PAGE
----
To the contrary, Pittman argues only that Section 1983 liability applies since Campbell was employed as a police officer by a state law-enforcement agency. In this regard, Pittman discusses the private defendants' alleged connection with Campbell, an agent of the state. And, he asserts, based on the private defendants' participation with Campbell, the defendants were acting under “color of state law” for § 1983 purposes. Because Pittman failed to allege any deprivation of liberty or property by a federal actor, the district court correctly dismissed Count Two with prejudice.10
D. Amendment of the Amended Complaint
Finally, while we recognize that under certain circumstances plaintiffs should be permitted an opportunity to amend their complaint, those circumstances do not exist here. In the district court, Pittman never made a motion to amend his complaint, nor did he ever suggest how he could cure the pleading deficiencies in a subsequent complaint. At most, in responding to the defendants' motions to dismiss, Pittman merely suggested that re-pleading might be required. Even if these statements could be construed as requests to amend the complaint, Pittman failed to set forth how he would amend his complaint.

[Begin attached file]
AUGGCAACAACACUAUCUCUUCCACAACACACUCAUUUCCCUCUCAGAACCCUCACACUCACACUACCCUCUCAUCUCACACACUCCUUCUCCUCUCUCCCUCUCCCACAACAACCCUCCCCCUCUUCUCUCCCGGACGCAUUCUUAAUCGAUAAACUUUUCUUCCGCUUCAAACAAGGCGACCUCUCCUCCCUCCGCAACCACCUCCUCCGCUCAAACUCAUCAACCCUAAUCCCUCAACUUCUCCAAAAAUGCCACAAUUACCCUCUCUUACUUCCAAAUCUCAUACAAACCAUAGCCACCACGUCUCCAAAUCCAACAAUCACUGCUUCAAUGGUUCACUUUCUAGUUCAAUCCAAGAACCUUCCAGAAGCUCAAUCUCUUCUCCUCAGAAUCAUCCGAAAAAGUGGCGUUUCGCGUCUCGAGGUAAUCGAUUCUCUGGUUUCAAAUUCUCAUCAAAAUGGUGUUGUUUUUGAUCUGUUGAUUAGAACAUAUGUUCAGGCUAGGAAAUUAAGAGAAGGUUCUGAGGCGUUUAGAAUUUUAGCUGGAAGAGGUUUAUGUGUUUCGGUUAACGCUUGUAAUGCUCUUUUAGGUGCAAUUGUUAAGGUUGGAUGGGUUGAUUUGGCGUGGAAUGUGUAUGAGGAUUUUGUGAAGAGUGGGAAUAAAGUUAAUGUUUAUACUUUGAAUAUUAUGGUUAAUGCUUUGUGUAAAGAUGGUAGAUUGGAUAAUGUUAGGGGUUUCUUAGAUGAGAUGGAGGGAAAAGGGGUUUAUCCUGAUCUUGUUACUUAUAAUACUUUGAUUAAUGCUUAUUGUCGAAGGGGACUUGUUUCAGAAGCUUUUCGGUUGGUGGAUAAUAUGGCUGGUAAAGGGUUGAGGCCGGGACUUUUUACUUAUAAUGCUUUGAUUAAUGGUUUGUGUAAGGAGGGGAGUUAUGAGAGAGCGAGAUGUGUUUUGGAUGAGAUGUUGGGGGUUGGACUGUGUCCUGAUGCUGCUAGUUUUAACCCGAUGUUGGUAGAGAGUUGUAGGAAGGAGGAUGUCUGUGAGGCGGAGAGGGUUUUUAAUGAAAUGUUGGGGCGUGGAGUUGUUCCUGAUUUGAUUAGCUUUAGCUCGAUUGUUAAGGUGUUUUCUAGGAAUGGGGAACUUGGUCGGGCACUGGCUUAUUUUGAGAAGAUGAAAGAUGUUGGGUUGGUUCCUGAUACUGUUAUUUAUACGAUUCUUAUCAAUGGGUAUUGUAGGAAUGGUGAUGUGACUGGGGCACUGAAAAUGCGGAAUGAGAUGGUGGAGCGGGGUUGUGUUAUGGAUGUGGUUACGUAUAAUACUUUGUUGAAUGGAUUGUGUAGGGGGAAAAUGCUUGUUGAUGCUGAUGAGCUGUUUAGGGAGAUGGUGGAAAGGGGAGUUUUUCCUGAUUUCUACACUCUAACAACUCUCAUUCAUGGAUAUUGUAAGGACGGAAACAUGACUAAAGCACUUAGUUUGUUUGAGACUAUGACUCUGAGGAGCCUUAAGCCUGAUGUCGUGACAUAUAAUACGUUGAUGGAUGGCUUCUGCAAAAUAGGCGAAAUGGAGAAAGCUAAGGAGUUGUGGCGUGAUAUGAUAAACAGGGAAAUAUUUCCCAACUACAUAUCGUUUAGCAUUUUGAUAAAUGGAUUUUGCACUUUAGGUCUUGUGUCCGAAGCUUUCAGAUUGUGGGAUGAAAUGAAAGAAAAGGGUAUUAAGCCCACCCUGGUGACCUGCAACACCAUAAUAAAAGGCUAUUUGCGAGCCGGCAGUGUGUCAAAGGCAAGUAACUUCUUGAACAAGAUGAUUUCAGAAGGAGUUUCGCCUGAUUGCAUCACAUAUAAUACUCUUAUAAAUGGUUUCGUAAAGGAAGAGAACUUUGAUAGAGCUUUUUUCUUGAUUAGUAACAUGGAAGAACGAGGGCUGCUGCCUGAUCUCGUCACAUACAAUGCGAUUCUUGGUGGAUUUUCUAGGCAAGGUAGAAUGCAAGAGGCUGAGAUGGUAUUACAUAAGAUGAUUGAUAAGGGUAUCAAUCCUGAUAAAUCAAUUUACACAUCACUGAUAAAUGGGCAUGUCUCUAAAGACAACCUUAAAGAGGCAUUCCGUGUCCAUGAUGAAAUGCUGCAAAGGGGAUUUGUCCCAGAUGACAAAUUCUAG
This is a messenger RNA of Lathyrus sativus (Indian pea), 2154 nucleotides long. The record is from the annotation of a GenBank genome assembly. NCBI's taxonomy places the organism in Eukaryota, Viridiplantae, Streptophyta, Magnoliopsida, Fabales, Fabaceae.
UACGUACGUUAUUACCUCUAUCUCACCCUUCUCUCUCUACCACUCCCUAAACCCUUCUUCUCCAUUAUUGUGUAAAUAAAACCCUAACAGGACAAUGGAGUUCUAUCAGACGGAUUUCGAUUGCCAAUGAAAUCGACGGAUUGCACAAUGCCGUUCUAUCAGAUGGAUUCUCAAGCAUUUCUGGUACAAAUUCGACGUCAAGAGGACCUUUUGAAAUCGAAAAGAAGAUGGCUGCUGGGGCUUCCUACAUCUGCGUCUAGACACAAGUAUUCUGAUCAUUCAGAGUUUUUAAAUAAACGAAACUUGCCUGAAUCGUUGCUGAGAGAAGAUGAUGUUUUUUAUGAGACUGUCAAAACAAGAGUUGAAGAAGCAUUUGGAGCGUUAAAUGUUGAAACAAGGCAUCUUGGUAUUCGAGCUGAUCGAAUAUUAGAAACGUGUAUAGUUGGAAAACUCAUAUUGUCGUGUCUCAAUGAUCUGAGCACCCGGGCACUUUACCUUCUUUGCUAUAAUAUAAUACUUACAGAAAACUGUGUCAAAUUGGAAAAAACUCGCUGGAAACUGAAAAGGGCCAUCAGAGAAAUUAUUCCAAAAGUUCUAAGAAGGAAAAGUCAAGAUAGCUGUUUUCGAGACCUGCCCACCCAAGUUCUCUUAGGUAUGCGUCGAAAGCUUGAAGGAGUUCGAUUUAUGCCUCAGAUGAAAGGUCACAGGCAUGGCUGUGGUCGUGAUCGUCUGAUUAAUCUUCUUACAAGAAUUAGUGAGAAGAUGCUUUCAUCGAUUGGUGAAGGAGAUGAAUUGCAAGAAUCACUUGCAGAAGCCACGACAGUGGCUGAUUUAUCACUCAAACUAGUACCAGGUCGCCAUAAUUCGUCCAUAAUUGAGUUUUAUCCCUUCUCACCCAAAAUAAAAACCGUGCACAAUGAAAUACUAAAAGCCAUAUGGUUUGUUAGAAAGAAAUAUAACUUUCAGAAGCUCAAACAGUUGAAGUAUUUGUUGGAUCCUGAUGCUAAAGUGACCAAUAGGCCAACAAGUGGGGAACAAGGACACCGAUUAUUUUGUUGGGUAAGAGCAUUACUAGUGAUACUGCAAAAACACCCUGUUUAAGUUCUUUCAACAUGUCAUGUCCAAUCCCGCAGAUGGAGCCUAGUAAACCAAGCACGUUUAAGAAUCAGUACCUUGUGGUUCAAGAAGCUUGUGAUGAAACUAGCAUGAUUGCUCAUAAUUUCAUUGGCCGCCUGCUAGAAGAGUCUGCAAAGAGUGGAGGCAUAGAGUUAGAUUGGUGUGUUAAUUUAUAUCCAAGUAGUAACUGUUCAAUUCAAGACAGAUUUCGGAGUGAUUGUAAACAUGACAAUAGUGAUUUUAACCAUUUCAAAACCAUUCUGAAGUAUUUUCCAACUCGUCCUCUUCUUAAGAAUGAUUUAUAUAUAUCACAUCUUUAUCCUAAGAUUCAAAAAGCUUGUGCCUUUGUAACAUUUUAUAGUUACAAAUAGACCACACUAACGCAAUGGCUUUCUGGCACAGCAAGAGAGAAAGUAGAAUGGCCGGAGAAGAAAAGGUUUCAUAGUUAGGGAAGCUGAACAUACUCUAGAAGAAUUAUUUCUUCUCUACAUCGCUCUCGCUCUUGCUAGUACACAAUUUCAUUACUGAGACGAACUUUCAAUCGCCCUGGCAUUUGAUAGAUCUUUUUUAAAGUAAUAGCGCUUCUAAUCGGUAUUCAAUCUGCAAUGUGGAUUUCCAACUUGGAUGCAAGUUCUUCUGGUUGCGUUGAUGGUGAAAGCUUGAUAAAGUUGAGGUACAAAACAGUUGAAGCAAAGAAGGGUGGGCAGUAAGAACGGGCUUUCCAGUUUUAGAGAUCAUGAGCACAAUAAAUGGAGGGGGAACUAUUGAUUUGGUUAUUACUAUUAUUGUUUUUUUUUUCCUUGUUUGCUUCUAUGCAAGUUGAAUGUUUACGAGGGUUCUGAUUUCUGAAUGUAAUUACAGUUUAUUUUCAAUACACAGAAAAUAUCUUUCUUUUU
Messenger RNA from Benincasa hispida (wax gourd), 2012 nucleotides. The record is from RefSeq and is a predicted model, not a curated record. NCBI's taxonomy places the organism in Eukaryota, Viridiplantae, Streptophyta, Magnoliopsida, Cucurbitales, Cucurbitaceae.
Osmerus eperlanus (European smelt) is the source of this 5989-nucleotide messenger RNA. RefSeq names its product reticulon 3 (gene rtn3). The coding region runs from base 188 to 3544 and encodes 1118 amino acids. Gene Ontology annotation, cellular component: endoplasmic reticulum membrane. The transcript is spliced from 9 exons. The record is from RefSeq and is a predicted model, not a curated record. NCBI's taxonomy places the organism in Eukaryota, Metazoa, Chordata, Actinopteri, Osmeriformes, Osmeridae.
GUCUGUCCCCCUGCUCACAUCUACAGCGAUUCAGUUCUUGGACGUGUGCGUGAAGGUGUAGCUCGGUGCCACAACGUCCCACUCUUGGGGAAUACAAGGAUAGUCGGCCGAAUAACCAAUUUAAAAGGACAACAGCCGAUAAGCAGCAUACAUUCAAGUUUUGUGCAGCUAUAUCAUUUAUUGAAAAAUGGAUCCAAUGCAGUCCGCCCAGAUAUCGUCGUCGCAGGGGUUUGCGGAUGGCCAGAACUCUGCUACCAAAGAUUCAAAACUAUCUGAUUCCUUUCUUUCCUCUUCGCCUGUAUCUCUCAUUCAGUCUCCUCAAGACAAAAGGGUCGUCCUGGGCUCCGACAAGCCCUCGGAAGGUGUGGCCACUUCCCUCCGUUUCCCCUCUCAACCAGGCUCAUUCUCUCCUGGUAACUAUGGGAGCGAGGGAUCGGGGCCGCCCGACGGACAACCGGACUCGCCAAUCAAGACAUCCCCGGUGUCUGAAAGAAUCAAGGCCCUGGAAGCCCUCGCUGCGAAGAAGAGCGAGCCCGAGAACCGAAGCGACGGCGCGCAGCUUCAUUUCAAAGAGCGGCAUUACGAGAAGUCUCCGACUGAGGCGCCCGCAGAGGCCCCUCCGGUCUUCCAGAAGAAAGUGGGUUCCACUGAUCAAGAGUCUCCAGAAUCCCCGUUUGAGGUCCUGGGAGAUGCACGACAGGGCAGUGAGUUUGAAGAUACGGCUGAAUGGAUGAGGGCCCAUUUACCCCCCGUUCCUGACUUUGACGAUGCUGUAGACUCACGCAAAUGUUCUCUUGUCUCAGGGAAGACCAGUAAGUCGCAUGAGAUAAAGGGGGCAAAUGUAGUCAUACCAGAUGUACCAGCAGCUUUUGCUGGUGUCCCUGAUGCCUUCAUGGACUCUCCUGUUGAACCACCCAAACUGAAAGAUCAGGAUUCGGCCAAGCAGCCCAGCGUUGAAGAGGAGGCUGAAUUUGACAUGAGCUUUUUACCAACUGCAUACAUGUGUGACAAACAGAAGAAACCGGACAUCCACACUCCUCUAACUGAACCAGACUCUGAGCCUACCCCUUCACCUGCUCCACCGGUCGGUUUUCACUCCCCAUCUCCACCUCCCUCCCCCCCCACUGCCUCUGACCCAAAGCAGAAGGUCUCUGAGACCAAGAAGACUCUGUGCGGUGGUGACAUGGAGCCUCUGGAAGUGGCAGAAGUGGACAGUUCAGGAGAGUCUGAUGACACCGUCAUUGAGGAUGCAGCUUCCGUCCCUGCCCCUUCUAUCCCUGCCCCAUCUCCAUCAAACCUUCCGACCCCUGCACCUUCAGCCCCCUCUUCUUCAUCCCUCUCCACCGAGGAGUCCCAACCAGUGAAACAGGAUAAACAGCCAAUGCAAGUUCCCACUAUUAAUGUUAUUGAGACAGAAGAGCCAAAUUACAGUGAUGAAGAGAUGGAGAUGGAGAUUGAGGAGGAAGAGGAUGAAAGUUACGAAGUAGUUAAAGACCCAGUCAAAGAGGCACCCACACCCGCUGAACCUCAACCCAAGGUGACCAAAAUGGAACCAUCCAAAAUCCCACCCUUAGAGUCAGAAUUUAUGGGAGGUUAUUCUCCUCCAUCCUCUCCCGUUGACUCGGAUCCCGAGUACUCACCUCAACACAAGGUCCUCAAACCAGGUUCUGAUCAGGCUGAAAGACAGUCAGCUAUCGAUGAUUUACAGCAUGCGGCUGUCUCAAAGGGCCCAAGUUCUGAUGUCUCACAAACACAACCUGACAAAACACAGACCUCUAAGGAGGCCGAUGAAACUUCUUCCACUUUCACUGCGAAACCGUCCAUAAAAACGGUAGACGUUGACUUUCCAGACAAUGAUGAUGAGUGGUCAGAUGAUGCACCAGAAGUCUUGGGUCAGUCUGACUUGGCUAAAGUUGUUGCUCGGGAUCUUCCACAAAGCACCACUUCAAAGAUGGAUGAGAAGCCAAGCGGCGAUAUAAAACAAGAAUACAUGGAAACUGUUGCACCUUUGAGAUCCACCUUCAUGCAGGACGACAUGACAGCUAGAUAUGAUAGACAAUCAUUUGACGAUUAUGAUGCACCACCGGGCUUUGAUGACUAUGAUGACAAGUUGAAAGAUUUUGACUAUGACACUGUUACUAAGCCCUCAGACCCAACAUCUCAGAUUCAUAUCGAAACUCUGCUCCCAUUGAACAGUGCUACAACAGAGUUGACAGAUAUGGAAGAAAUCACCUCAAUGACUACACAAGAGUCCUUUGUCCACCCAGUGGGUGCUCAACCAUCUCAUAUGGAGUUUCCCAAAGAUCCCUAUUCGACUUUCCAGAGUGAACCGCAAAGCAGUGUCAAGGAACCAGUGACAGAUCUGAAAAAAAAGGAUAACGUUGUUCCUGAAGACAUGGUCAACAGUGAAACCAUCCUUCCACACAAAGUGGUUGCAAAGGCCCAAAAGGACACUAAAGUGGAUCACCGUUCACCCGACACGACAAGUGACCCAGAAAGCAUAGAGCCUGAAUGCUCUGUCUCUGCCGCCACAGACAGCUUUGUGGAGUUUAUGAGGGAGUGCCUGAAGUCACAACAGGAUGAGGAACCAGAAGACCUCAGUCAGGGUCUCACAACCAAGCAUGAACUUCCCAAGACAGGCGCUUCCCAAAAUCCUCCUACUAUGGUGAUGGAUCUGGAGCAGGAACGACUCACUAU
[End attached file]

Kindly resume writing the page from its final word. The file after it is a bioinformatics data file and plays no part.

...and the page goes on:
In Atkins v. McInteer, we explained that if a plaintiff wishes to amend his complaint, he “must either attach a copy of the proposed amendment to the motion or set forth the substance thereof.” 470 F.3d 1350, 1362 (11th Cir. 2006); see also Urquilla–Diaz v. Kaplan Univ., 780 F.3d 1039, 1057 n. 14 (11th Cir. 2015) (“Diaz never made a motion to amend his complaint, nor did he ever suggest how he could cure his defective complaint in a subsequent pleading. Under our precedent, the district court's decision [to dismiss] was not an abuse of discretion.”). And our precedent makes clear that merely mentioning the possibility of amendment is not tantamount to a request for leave to amend. See Lord Abbett Mun. Income Fund, Inc. v. Tyson, 671 F.3d 1203, 1208 (11th Cir. 2012) (per curiam) (“The Fund's request for leave to amend appeared in its response to the Defendant's motion to dismiss. The Fund failed, however, to attach a copy of this proposed amendment or set forth its substance. Therefore, the district court did not err by denying the Fund's request.”).
Because Pittman never filed a motion for leave to amend his complaint and never presented the district court with a proposed amended complaint curing the pleading deficiencies, the district court did not err in dismissing Counts One and Two with prejudice.